Please let me know whether you detect objectionable points in my attempt at reconstructing Kant's universalization principle.

Reference : Groundwork of the Metaphysics of Morals.


(1) Free will does not act in an heteronomous way.

(2) Free will is autonomous, free will is to itself its own law.

(3) The only law a free will obeys is " be yourself", " let your own essence be your law"

(4) Will is by definition a rational appetite, a rational desire ( for will is the superior faculty of desiring).

(5) A rational appetite acts upon universal rules ( for reason in the faculty of the universal) . ( It would not be rational to claim " I am entitled to do this action because being myself gives me special rights". Acting rationally implies that I recognize I am allowed to do action A iff for all person x , if such and such conditions are fullfilled, x is allowed to do action A)

(6) The only law a free will obeys is " act upon universal rules" .

(7) Acting upon universal rules implies not attributing privileges to oneself, and hence, being " just", " moral".

(8) A free will is a moral will.

(9) Being moral is equivalent to acting upon universal rules, or rules that are able to stand the test of universalization.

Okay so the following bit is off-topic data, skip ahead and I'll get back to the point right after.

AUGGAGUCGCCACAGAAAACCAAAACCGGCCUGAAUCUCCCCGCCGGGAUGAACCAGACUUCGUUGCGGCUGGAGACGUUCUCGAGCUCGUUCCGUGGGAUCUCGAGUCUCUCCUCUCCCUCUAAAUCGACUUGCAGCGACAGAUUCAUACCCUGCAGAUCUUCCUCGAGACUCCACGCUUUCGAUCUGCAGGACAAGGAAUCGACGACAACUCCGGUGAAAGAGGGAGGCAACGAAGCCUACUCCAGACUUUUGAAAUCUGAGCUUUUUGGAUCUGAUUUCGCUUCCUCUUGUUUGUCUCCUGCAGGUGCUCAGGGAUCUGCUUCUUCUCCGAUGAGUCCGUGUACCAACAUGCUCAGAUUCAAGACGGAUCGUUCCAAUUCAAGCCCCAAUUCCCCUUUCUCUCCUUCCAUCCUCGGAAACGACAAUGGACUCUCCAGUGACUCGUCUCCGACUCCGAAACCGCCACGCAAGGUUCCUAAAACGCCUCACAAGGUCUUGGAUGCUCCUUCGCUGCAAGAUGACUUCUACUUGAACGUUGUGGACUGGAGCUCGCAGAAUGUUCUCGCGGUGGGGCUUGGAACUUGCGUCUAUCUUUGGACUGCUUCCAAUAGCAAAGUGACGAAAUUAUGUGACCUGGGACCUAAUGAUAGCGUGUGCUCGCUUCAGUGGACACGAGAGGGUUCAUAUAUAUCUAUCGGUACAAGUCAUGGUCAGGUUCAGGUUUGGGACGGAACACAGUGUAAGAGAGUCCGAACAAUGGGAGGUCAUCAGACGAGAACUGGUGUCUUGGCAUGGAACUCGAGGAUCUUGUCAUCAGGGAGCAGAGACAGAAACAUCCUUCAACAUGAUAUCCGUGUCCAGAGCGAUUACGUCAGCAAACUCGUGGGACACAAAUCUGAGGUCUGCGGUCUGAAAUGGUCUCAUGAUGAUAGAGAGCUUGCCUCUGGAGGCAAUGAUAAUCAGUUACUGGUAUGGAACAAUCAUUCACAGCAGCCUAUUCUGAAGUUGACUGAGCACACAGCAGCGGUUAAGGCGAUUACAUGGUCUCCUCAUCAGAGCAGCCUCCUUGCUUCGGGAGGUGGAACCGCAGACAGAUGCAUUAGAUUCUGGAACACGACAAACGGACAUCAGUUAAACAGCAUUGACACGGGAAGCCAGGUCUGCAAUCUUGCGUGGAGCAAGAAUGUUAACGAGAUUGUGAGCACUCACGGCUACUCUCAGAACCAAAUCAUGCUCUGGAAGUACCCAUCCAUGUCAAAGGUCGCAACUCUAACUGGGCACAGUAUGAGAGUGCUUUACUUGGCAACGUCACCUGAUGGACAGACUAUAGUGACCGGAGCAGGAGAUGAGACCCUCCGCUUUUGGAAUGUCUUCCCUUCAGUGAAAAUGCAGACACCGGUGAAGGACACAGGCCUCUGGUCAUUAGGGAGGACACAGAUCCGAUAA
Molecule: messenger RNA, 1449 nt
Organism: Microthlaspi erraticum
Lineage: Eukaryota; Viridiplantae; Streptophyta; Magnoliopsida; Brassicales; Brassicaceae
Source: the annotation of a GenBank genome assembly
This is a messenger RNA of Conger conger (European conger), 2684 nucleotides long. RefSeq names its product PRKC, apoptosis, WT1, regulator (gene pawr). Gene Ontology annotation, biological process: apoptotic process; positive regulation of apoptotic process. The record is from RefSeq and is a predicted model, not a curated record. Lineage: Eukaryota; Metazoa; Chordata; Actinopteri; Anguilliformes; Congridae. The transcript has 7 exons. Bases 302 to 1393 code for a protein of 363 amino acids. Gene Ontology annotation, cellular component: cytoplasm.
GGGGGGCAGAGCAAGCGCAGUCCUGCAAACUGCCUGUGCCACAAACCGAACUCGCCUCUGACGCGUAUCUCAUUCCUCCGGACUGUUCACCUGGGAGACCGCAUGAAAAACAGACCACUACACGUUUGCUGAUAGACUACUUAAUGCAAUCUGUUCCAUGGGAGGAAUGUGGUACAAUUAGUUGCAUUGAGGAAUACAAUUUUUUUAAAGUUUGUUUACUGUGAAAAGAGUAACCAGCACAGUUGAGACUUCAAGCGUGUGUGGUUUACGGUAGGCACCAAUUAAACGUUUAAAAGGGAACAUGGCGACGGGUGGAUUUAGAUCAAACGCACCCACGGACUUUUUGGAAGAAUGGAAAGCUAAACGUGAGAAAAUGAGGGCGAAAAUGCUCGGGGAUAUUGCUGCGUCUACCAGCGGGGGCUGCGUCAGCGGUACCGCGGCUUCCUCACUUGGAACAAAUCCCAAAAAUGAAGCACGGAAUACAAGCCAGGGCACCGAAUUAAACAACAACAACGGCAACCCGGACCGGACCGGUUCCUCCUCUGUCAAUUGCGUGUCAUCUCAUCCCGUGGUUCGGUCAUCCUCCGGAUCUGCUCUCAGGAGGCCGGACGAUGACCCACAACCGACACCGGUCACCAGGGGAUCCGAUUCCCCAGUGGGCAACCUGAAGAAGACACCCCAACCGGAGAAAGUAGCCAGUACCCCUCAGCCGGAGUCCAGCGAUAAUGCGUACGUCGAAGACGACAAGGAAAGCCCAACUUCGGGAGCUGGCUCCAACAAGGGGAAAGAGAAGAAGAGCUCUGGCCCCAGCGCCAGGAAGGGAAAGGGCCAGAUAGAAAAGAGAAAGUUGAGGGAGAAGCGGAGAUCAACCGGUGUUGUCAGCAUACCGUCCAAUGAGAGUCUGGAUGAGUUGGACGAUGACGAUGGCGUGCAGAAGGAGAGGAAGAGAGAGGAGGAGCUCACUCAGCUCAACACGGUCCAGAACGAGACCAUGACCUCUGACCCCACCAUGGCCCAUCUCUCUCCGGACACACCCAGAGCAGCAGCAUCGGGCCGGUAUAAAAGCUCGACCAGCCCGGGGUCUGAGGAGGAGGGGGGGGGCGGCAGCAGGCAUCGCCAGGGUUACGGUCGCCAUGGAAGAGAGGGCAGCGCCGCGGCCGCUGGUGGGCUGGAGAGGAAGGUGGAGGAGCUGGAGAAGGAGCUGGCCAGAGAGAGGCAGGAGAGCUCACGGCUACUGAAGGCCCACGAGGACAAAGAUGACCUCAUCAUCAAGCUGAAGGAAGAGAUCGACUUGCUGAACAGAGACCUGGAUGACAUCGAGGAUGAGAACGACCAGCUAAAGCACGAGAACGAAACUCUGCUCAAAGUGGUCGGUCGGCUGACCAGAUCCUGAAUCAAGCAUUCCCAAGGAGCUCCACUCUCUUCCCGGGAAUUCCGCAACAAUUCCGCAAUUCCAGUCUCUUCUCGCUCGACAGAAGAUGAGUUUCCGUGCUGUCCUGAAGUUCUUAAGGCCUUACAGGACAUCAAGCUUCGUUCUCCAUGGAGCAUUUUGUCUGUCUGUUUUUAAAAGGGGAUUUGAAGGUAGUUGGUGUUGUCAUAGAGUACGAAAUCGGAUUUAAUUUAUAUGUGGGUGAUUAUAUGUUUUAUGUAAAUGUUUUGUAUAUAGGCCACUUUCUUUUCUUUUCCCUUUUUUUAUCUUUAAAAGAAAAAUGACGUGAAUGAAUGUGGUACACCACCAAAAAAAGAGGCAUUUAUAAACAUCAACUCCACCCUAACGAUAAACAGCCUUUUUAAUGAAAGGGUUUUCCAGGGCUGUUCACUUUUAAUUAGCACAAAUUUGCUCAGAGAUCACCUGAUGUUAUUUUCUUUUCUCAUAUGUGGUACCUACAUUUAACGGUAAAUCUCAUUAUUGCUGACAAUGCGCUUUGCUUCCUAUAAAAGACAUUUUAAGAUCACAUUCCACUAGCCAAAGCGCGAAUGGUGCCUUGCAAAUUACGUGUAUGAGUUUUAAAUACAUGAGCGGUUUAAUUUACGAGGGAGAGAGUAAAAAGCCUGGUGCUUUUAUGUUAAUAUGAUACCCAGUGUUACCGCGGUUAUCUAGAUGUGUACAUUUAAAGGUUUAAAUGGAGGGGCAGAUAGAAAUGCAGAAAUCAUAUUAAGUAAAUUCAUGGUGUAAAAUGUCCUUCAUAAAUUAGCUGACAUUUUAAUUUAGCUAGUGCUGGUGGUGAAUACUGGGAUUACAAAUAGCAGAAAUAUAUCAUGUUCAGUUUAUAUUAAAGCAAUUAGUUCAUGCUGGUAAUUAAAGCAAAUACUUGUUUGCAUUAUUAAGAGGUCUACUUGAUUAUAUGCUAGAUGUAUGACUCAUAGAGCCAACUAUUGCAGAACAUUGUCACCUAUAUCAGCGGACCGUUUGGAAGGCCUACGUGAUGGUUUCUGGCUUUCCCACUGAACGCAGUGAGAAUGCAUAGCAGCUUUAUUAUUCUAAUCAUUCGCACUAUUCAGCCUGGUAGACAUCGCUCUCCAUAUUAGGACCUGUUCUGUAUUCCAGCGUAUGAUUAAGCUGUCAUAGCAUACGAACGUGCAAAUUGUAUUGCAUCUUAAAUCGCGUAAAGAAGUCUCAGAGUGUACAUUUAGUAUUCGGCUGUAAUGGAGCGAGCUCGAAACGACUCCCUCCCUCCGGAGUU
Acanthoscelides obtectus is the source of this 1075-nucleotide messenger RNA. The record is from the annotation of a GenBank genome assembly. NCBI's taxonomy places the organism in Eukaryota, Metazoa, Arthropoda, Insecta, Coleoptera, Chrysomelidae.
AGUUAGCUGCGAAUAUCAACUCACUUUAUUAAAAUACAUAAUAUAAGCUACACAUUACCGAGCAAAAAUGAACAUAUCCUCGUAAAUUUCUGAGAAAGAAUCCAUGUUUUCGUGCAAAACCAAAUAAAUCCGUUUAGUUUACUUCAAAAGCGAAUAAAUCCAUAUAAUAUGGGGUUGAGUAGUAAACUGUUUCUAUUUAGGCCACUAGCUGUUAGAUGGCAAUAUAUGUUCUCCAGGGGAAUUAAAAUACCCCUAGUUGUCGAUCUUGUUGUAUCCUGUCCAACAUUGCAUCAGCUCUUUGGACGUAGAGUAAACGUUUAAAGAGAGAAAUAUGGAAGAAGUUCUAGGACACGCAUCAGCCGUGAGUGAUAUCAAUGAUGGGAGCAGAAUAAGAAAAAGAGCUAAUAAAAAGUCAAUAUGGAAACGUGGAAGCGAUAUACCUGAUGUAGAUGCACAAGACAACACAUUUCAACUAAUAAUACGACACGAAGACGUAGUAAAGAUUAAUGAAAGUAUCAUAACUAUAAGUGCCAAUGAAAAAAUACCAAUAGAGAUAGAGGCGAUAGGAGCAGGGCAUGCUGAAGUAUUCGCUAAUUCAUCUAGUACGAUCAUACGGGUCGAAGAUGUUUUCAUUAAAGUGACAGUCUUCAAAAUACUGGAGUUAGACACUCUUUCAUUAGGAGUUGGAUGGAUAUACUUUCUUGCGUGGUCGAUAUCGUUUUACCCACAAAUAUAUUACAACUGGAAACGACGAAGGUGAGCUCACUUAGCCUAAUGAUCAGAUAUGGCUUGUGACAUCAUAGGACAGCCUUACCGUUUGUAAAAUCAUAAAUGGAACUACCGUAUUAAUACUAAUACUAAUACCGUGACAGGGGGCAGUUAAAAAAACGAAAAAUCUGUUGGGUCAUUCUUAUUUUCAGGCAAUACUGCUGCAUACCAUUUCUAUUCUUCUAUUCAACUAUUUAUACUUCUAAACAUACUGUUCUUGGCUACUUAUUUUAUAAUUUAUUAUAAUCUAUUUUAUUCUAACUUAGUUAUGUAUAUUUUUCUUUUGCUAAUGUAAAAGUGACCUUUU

• It would help if you indexed (1) - (9) to specific texts in the Groundwork or elsewhere. I ask only because I hesitate over locutions such as 'be yourself'.
    – Geoffrey Thomas
    Feb 2, 2020 at 21:11
  • 'reason in the faculty of the universal' - or 'is the faculty'?
    – Geoffrey Thomas
    Feb 2, 2020 at 21:12
  • 1
    This both seems to distort Kantian points and does not resemble reasoning at all since it lacks any argumentative structure. If I understand this correctly, you want to reconstruct the argument of the first part of the third section. This revolves heavily around the point that freedom is a form of causality. I'd suggest to reread carefully sentence by sentence and try to identify argumentative steps.
    – Philip Klöcking
    Feb 3, 2020 at 9:02


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